28/01/2014 06:14 GMT | Updated 29/03/2014 05:59 GMT

We Must Think Cities for a Balanced Economic Recovery

It looks increasingly likely that the UK economy has now entered into a period of sustained recovery, following the deepest peacetime recession in the last 100 years. But as the seventh edition of Cities Outlook shows, this recovery is far from balanced, and our cities need more control if they are to fulfill their potential.

The latest data shows that London has been the primary driver of the recovery to date. Between 2010 and 2012, the capital accounted for nearly four fifths of all net new private sector jobs created. Other cities have performed strongly too - Edinburgh, Manchester and Liverpool all saw significant jobs growth, but others, such as Bradford and Sheffield, have continued to lose jobs, despite the national economic recovery.

London's strong performance is good for the country - it is home to over five million jobs and attracts investment from around the world. It is the UK's greatest urban success story, and nothing should be done to deliberately constrain or hold the Capital back. But the fact that London continues to pull away from the rest of the country should not be ignored.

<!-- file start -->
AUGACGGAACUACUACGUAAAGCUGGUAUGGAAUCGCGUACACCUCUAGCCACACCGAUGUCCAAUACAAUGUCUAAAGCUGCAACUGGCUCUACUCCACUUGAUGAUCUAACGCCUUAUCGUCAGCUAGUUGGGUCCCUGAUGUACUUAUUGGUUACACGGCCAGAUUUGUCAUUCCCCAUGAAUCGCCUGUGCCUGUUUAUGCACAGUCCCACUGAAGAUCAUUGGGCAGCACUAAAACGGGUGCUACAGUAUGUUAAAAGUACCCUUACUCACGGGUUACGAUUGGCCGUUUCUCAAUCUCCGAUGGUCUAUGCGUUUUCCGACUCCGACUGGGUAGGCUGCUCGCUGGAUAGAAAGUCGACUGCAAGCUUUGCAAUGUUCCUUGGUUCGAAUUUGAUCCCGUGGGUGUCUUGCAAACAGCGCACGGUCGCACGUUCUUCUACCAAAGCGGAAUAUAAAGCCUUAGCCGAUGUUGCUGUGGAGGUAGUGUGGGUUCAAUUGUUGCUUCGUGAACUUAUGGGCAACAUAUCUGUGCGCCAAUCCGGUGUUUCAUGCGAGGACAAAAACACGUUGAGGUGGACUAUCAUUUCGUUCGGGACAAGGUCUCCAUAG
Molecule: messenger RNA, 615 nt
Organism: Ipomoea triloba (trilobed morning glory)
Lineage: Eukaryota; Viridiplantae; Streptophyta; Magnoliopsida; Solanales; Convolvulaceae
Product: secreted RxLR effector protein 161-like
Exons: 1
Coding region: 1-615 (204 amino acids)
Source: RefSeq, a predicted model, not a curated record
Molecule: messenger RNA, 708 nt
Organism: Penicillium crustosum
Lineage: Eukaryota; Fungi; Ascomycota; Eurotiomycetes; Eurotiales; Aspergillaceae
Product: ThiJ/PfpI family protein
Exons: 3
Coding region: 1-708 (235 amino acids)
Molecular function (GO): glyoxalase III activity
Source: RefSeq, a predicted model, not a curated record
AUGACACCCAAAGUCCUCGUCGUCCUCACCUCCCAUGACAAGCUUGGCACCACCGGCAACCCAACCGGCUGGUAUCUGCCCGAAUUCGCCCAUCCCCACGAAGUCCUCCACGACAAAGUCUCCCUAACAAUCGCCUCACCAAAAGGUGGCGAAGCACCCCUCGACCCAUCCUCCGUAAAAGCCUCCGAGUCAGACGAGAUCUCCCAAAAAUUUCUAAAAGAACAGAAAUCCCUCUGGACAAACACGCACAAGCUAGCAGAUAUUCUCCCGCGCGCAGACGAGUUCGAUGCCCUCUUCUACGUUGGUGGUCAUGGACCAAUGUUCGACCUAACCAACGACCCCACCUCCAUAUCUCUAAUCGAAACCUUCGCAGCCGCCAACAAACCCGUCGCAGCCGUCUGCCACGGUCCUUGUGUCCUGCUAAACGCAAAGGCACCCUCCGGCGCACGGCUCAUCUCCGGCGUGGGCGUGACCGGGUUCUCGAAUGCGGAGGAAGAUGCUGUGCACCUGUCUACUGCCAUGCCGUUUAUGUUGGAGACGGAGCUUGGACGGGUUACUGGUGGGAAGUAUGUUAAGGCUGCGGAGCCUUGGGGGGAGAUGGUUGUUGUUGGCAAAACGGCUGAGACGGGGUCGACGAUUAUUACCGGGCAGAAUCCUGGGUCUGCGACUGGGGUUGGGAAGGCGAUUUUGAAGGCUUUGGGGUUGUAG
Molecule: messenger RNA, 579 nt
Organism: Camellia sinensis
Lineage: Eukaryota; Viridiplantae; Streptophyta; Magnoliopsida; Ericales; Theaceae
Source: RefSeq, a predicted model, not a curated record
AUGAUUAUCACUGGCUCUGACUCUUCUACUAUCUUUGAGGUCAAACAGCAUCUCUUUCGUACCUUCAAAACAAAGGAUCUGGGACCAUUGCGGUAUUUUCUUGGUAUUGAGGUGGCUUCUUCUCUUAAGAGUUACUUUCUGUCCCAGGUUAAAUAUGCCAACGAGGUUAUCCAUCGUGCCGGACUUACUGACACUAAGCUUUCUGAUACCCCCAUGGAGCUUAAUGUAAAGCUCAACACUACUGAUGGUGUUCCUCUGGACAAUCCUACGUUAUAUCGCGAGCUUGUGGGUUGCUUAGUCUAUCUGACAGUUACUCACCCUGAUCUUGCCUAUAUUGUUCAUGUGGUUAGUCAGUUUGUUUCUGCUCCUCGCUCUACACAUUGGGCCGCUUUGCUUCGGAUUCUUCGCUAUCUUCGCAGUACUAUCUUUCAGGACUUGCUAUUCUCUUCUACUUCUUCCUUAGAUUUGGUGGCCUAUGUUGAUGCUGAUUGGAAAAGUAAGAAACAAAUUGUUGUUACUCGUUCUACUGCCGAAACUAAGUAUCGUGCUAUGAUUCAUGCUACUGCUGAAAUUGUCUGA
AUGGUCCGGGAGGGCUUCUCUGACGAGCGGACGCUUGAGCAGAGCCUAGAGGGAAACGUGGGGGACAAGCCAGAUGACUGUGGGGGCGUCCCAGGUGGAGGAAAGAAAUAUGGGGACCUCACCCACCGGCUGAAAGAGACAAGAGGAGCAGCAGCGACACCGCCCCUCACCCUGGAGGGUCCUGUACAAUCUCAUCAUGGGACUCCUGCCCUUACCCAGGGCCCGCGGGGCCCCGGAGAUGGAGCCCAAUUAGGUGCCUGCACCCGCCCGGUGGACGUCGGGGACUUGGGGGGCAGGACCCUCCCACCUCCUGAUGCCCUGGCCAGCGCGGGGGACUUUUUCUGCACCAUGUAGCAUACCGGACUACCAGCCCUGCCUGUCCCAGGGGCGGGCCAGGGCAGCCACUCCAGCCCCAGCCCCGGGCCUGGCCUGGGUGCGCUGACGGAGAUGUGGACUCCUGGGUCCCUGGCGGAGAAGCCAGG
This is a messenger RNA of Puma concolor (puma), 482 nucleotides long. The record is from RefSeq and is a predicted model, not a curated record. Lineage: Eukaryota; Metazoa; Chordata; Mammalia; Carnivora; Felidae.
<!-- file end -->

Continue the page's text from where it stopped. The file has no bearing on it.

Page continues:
Instead, the big focus for politicians and decision makers should be on how we can make more of our other cities, from Cambridge (the most innovative city in the UK) to Derby (with its strengths in manufacturing) or Brighton (in the top three for start-ups).

And we need to make the most of our next largest cities too, which account for over a quarter of the UK's Gross Value Added, but could contribute much more. Currently only Bristol consistently outperforms the national average on a range of important economic indicators from new business starts to skills levels.

We have already seen policy powers handed to Wales, while Scotland is likely to see greater devolution whatever the outcome of this year's independence vote. But despite having economies larger than the entirety of Wales, Greater Manchester and Greater Leeds have far less flexibility to adapt policy to the specific challenges they face, or raise their own revenues. City Deals have the potential to be an important step on the way to greater autonomy for our urban areas, but more can and should be done.

If we want our cities outside of London to fulfill their potential and play a larger role in the national economy, then they must be given the tools they need to successfully grow their economies.

The Centre for Cities is convening a new campaign to raise the profile of UK cities, and set out how to grow the economy, reduce the deficit and tackle the cost of living crisis, we must Think Cities. Visit the website now: